McFadden is hoping to unseat Democratic Sen. Al Franken in November. Expecting a Franken response to the legislation in the next couple hours.
On the day Congress reconvenes, U.S. Senate candidate Mike McFadden’s campaign has reprised its criticism of inaction in Washington, particularly his Democratic oppnent Al Franken.
McFadden’s latest charge comes on the wake of a Star Tribune report that proceedings are underway to determine who is behind efforts to convince Minnesotans to fight in the Middle East. Federal authorities say upward of a dozen Somali men and three women from Minnesota have fled the country to fight alongside or aid extremists in the Middle East. The Republican investment banker hopes to unseat Franken.l
Last week, following the second beheading of an American journalist by the Islamic State of Iraq and Syria, Franken called the Obama Administration’s lack of a strategy to take on ISIS “troubling” and asked Attorney General Eric Holder to focus Department of Justice resources on recruiting at home. McFadden said the efforts were too little, too late.
“As Senator, Al Franken has prioritized issues such as ‘net neutrality’ rather than concerns that extremists groups are recruiting from out of our own back yard. Our leaders need to have their priorities straight,” McFadden said in a statement. “This recruitment has been occurring for years, yet Sen. Franken has kept his head down and has only recently begun to address the situation.”
On the day Congress returns to session from its summer break, McFadden urged a bipartisan effort “to combat attempts by terror-related organizations to recruit young Americans to fight against freedom.”
In a statement, Franken spokeswoman Alexandra Fetissoff deflected McFadden’s criticism, saying Franken has spent years focusing on battling terrorism at home and abroad.
"We're delighted with Mr. McFadden's newfound concern with terrorism. We note that last year, he was the only candidate who hid from the press rather than state his position on Syria, and just a few months ago, actually fled from a voter who asked him his position on the PATRIOT Act.” She said. “Senator Franken has been working on these issues since his first FBI briefing on terrorist recruitment in our communities soon after joining the Senate in 2009."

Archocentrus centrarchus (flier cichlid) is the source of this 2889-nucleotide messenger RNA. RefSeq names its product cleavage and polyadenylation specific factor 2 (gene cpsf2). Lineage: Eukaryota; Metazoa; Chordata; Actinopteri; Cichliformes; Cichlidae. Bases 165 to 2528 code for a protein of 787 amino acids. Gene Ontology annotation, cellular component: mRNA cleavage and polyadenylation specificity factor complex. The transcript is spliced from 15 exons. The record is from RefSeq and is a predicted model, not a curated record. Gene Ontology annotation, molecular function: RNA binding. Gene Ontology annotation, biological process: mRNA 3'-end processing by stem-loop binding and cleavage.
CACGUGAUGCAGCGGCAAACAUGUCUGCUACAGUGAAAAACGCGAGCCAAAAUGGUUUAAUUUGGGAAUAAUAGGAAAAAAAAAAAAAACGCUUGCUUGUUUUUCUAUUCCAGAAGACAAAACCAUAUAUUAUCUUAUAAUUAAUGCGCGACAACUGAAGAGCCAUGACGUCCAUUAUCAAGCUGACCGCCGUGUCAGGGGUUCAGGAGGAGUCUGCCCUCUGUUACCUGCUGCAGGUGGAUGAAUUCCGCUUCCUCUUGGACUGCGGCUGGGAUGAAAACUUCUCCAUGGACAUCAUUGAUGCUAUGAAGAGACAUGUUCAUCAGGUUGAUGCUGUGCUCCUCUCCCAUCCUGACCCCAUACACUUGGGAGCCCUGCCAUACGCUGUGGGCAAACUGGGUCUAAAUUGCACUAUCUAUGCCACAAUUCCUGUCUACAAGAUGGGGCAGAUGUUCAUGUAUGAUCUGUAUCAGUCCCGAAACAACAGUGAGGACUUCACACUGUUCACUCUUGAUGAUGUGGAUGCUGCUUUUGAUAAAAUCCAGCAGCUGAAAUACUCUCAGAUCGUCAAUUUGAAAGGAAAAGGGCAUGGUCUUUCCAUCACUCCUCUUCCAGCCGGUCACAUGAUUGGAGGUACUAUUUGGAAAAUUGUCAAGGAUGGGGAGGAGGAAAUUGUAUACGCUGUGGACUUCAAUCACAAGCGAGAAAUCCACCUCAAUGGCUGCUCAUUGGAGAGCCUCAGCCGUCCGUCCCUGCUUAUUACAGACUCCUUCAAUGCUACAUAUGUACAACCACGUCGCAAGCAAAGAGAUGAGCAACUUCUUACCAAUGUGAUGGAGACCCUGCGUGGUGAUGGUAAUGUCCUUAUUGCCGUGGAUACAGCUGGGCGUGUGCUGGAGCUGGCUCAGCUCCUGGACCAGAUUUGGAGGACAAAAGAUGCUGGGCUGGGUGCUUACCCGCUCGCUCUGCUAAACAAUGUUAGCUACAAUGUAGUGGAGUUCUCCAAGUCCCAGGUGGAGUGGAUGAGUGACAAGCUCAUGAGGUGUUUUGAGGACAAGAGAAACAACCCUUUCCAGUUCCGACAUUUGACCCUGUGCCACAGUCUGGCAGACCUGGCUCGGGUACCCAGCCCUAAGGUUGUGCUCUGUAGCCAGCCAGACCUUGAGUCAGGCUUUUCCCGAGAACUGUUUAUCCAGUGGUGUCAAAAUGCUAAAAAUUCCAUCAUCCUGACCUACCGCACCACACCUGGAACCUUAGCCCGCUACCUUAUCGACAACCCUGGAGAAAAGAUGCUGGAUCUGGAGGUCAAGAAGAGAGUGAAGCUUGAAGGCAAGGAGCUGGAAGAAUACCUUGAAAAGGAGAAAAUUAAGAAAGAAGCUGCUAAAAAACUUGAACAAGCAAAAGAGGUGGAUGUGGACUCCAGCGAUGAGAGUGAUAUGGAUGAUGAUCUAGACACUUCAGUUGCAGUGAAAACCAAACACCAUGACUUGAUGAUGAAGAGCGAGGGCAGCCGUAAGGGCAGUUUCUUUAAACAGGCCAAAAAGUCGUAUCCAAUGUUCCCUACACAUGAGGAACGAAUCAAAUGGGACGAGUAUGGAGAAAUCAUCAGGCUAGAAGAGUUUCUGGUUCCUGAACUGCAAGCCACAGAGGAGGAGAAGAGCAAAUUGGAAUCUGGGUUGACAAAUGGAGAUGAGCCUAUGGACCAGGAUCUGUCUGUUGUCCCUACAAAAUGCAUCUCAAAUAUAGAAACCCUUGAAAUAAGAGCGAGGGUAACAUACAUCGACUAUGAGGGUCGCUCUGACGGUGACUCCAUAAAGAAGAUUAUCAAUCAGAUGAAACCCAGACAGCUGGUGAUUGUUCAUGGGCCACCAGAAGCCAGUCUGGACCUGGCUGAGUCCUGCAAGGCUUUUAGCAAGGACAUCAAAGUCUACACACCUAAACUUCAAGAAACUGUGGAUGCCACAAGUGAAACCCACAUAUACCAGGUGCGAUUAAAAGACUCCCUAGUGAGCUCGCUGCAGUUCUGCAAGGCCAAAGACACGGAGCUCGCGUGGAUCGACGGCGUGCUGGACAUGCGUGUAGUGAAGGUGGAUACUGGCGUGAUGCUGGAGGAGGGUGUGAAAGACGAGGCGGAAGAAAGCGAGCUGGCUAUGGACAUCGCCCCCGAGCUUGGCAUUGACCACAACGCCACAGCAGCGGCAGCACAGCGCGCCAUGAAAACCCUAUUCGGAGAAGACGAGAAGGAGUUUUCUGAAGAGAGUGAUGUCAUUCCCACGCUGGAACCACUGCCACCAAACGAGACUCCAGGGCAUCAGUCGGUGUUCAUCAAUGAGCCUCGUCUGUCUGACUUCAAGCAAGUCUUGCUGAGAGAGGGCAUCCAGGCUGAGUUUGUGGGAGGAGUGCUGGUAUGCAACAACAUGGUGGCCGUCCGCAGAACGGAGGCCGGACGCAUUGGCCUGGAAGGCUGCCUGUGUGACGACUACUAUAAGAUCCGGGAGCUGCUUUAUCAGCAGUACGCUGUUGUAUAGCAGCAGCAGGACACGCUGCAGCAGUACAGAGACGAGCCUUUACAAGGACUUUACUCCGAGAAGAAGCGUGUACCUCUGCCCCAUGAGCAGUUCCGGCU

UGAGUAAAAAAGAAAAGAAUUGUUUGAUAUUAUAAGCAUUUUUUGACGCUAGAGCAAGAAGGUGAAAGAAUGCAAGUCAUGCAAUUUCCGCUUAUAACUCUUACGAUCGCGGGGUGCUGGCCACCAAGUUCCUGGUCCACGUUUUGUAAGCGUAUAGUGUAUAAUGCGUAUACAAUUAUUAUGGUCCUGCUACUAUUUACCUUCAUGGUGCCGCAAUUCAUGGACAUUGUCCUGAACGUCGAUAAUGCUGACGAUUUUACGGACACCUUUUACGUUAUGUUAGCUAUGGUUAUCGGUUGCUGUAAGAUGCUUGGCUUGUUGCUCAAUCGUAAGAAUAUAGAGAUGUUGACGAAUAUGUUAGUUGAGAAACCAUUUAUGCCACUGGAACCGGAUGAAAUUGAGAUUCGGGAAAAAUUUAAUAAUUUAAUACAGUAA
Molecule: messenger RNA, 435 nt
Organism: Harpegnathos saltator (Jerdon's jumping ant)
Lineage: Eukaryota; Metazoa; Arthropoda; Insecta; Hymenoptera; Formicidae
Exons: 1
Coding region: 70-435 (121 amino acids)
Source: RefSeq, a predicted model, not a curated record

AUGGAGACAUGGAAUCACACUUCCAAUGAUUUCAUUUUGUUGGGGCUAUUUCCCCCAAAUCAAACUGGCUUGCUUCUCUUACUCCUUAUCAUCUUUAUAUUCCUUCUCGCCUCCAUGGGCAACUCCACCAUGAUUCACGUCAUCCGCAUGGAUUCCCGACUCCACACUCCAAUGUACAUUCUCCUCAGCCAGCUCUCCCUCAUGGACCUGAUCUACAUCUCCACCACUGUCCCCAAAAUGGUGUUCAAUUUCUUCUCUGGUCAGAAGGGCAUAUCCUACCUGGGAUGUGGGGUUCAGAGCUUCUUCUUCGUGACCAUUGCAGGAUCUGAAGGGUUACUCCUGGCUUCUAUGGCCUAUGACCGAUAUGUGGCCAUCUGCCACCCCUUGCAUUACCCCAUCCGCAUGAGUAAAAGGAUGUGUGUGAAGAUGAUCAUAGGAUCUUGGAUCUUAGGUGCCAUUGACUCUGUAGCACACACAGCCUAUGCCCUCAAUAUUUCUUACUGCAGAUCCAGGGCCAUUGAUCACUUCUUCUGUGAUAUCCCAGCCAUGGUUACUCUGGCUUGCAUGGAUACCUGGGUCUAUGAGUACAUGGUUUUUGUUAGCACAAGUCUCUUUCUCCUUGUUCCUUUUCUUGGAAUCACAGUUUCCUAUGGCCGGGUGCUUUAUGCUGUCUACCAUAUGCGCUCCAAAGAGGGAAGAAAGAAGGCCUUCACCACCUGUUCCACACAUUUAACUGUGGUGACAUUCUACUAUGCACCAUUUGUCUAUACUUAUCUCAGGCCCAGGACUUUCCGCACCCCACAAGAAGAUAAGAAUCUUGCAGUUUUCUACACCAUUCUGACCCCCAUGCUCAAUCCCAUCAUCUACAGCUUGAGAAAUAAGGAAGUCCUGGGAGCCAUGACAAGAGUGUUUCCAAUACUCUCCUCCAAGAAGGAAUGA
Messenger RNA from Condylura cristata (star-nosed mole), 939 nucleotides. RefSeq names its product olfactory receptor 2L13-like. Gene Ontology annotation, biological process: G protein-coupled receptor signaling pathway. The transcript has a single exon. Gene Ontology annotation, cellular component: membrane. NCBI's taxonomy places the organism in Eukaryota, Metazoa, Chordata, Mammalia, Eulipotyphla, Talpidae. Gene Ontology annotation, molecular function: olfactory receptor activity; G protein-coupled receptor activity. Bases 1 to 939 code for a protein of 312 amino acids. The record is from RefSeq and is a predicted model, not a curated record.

WASHINGTON -- Minnesota radio and television station owner Stanley Hubbard has given more than $191,000 to federal party committees and candidates this election season -- something he told the Washington Post makes him poorer.
In cooperation with the Center for Responsive Politics, the Washington Post's story looks at a handful of large donors nationally benefiting from a Supreme Court decision, which ditched limits an individual could give to a candidates or party committee.
“My phone rings, rings, rings,” Hubbard told the Post. “It’s made me poorer, I’ll tell you that, but it’s made it possible for me do a better job as a citizen. It used to be kind of nice to say, ‘I’m maxed out,’ but I really believe that people running for office need to have support.”
Back in April, Hubbard predicted that he would use the high court's McCutcheon decision to his advantage.
Hubbard was in the news last month after Eighth District GOP candidate Stewart Mills bragged to supporters that his campaign got a television ad against him "yanked" by at least two television stations owned by Hubbard, who is a Mills supporter.
Mills contended the ad, which is spliced together, took his words out of context. Other stations continued to run the ad, which was paid for by the House Majority PAC.
Hubbard told the Star Tribune he had nothing to do with the decision to pull it from air.
"Our legal department received the complaint, and they inspected the ad, and felt that there were things in it that were out of context and not true. Tell the truth and you’ll have no trouble with us," Hubbard said last month. "Our stations do not get involved in politics, period.”